The Company Man is now replaced by what David Brooks called Patio Man: Individualists who want personal freedom, enough income to pay the bills plus some extra spending money, a government that provides national security and keeps jobs plentiful, a nice house, a nice car each for him and her, a grill, a good movie tonight and friends over for the big game on Sunday.

At first, this was paid for by one working parent, then by both.

But unless something changes, this lifestyle is at an end for all but the wealthiest tenth of the population.

The thing which facilitated such a lifestyle in the first place was the prosperity generated by entrepreneurship, and the only thing that can maintain such a lifestyle and still pay off our society’s debts and obligations is a drastic increase in the number of entrepreneurs.

Period.

Specific Entrepreneurial Challenges

Let’s get specific. Either a generation of entrepreneurs will arise or the “Patio Man” lifestyle will end.

Very soon, the following must occur:

  1. Entrepreneurs must figure out how to cover their own retirement and that of their employees and many others so that when we run out of money for social security and other entitlements it just won’t matter.
  2. Entrepreneurs must figure out how to compete with the entrepreneurial classes of Brazil, India, and other places with less regulation of small business.
  3. Entrepreneurs must figure out how to rebuild a strong American industrial base to provide the basic foundational economic strengths of society.
  4. Entrepreneurs must figure out how to replace an oil-driven economy with cheaper and hopefully better and cleaner energy alternatives.
  5. Entrepreneurs must figure out how to provide inexpensive and quality fresh water, food, and mobility without cheap oil.

Researchers, experts, professionals, employees and governments do not have the ability to make these things happen. They will be needed to help accomplish these vital needs, but ultimately it will require the skills of entrepreneurs.

These types of changes are the arena of entrepreneurial talents and free enterprise innovations, not of legislative discussions, bureaucratic rules, or expert publications.

Legislatures, bureaucrats, and experts are important to society and are good at certain things, but initiative, innovation, taking major risks, and tenacious ingenuity are not their forte.

As significant as these challenges are, we need the best of the best solving them.

If entrepreneurs accomplish the goals listed above, we will naturally see increased political stability, a well-funded government that can protect against Chinese or other international aggression, and a narrowing gap between the rich and poor.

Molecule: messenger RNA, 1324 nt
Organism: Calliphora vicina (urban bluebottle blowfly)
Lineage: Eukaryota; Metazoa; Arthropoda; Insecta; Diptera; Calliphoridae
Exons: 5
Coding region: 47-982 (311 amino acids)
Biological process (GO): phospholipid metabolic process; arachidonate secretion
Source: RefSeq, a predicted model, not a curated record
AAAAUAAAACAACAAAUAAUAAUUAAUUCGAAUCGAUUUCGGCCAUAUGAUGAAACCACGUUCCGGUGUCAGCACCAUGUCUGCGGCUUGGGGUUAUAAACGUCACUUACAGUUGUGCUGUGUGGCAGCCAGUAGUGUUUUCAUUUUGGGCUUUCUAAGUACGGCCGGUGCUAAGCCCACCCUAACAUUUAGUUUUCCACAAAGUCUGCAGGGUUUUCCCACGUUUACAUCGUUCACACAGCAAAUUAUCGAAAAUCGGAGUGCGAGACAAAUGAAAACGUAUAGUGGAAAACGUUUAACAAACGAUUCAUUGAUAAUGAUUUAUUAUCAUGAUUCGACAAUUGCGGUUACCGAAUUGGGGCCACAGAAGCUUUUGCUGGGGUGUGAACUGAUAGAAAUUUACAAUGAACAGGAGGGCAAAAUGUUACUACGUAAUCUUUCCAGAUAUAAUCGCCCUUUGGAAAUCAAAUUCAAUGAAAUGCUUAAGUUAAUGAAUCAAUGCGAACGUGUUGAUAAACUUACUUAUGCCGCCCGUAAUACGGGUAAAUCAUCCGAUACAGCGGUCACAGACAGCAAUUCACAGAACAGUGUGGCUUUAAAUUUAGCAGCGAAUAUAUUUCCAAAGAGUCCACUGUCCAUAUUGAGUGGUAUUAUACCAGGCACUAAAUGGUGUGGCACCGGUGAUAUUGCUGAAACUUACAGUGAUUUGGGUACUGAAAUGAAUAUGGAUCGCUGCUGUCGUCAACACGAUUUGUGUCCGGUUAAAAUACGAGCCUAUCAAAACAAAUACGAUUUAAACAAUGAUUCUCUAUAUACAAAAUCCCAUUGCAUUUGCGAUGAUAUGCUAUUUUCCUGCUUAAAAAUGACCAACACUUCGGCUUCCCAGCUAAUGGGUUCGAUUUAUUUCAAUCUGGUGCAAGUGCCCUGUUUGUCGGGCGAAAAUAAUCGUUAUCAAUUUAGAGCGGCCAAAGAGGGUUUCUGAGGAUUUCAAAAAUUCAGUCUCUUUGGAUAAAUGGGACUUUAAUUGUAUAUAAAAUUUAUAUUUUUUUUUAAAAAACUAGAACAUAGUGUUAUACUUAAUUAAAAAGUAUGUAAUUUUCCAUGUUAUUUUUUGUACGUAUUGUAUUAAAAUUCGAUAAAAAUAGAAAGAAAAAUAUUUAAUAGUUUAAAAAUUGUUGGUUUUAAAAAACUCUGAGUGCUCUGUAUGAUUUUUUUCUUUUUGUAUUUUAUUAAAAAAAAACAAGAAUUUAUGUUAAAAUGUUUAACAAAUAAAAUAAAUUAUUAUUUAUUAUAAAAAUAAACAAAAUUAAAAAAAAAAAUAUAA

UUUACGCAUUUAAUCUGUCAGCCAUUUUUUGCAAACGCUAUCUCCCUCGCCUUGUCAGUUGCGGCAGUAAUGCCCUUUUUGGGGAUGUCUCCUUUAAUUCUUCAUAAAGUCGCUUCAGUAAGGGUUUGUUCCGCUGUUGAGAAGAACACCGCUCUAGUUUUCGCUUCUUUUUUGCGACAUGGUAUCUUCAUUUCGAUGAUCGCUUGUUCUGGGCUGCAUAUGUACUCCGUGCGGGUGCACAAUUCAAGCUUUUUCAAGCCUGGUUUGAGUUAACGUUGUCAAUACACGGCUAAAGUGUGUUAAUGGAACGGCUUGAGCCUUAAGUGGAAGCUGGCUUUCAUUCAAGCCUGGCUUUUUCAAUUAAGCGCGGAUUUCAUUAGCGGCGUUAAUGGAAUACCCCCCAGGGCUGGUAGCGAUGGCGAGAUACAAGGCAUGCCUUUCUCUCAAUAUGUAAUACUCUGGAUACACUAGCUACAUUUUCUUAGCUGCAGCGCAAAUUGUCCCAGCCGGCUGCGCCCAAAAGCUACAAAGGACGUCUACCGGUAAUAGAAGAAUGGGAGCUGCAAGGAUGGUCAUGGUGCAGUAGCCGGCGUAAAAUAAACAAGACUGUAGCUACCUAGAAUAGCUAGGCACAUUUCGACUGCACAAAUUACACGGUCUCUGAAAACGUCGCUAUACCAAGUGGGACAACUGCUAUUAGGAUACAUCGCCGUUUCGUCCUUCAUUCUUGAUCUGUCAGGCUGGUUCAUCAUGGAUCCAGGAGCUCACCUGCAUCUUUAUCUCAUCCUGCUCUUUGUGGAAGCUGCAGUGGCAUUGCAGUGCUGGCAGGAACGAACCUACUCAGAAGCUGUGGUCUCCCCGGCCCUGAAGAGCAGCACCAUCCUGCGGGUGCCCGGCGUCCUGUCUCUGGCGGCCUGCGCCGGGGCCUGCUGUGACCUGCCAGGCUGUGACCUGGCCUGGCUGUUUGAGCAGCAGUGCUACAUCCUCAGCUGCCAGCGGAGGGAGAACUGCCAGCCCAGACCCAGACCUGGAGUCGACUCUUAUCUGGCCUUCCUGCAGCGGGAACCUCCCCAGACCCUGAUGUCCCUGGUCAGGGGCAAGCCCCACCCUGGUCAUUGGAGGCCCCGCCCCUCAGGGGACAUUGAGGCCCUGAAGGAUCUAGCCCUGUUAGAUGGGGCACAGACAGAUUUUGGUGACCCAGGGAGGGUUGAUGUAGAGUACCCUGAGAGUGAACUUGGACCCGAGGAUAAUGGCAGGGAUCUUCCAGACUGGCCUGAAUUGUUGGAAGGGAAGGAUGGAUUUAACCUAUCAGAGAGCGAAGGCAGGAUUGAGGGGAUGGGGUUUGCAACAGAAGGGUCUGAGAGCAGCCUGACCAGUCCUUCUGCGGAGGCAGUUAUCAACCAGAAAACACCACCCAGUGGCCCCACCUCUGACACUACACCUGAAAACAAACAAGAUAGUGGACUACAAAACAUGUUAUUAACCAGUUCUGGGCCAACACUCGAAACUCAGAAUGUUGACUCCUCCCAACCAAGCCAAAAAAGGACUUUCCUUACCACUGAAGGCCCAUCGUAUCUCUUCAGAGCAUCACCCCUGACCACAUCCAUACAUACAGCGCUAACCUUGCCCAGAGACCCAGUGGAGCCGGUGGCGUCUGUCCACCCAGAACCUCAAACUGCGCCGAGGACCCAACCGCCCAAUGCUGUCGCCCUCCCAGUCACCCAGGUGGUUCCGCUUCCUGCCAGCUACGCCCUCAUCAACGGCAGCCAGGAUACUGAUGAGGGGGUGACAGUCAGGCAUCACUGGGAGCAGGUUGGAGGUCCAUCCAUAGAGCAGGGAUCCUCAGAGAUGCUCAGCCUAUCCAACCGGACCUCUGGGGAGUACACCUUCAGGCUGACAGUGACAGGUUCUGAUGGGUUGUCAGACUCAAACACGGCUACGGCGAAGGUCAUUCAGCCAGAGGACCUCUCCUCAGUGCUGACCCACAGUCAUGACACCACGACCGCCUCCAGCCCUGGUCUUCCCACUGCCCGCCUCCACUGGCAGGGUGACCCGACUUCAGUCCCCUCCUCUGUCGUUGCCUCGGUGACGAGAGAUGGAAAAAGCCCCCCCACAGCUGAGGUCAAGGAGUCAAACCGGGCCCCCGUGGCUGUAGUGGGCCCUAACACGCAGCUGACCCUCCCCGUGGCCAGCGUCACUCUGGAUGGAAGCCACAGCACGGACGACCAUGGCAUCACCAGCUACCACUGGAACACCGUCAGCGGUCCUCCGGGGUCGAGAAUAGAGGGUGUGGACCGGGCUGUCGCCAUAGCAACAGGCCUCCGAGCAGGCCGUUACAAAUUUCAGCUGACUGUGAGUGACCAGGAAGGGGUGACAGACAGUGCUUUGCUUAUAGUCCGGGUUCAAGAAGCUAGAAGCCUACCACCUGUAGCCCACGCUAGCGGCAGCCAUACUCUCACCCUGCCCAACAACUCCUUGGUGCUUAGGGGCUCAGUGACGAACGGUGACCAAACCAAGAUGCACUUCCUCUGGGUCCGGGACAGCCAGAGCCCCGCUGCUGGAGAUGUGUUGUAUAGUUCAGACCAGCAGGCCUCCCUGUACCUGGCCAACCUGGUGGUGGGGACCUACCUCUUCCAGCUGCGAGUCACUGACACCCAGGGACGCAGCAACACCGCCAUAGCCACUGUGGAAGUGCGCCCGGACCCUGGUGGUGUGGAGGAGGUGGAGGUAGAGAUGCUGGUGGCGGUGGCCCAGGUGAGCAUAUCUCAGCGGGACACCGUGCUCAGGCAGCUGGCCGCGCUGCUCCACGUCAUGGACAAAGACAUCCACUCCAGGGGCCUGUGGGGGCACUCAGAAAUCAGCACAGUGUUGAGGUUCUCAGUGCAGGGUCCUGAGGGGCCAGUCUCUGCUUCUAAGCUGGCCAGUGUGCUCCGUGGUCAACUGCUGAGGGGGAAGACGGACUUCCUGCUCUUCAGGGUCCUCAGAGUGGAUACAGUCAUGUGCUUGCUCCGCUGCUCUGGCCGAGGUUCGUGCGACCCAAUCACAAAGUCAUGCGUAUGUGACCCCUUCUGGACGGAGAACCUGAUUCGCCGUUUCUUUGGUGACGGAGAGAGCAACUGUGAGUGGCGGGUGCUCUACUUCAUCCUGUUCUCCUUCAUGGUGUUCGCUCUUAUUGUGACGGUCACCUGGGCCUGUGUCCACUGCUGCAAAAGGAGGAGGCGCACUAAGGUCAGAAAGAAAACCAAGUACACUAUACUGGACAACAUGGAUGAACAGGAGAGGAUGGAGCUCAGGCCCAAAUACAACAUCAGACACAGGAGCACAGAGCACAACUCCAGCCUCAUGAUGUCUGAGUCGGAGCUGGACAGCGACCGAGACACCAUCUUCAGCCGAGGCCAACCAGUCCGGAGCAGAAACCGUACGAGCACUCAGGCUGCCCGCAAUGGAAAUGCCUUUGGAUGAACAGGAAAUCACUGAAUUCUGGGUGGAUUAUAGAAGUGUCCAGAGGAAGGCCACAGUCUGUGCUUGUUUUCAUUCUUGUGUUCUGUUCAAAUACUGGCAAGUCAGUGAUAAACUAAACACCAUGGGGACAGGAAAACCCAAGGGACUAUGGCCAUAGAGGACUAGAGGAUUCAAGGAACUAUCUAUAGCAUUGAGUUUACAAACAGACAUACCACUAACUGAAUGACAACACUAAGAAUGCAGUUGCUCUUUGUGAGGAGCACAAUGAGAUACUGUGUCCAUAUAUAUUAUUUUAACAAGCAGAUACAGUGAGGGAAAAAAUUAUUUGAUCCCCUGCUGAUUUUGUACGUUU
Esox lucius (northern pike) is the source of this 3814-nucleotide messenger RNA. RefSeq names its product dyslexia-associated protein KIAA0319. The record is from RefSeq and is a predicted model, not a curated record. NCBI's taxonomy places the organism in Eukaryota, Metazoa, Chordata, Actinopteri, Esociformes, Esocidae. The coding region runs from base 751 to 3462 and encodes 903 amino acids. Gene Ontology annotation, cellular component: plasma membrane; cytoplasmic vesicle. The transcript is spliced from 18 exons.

It will also take a widespread entrepreneurial mindset to figure out how to effectively thwart terrorism without turning the government into a secretive surveillance state, and also help the nation evolve into a less litigious and more productive society.

Government cannot wisely do either of these projects, since it is a central party to both.

And big corporations also have a conflict of interest; they would naturally use both projects to increase their own power at the cost of freedom.

Entrepreneurs are more suited to succeed in these projects than any other group, and to then share their views with the citizenry.

The most critical problems we now face are also our greatest opportunities.

We need more entrepreneurs, and we need entrepreneurs who engage more in social leadership.

Our future now, more than at any time since the founding and pioneering eras, depends on producers.

Hamilton’s ideas contributed much to American growth, but it is time for a renewal of the Jeffersonian spirit of independence and initiative—in all of us.

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Sources:

  1. From the article entitled, “Good for Some” in the 2/13/10 issue of The Economist: “In January Google suffered a serious attack on its infrastructure, originating in China. On February 2nd Dennis Blair, the White House director of national intelligence, went to a Senate committee to give an annual threat assessment. He used it to give a warning of a large and far-reaching threat. Sophisticated cyber-criminals are stealing sensitive government information every day, Mr. Blair explained, and state agencies often find shadowy presences on their networks—‘the hallmark of an unknown adversary intending to do far more than merely demonstrate skill or mock a vulnerability.’ An overarching concern is that in a time of crisis network infrastructure might be seriously compromised.”
  2. See James Fallows, “Cyber Warriors,” The Atlantic, March 2010. See Israel on its Internet Fighting Team in Harper’s Index, Harpers Magazine, November 2009.
  3. Ken Kurson, “A Hedge Fund for Little Guys,” Esquire, March 2010.
  4. Governor Tim Pawlenty, quoted by Mark Warren in “The Dark Horse,” Esquire, March 2010.

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Oliver DeMille is the founder of the Center for Social Leadership, and a co-creator of TJEd.

He is the author of A Thomas Jefferson Education: Teaching a Generation of Leaders for the 21st Century, and The Coming Aristocracy: Education & the Future of Freedom.

Oliver is dedicated to promoting freedom through leadership education. He and his wife Rachel are raising their eight children in Cedar City, Utah.

 

Category : Aristocracy &Economics &Entrepreneurship &Government &Producers &Prosperity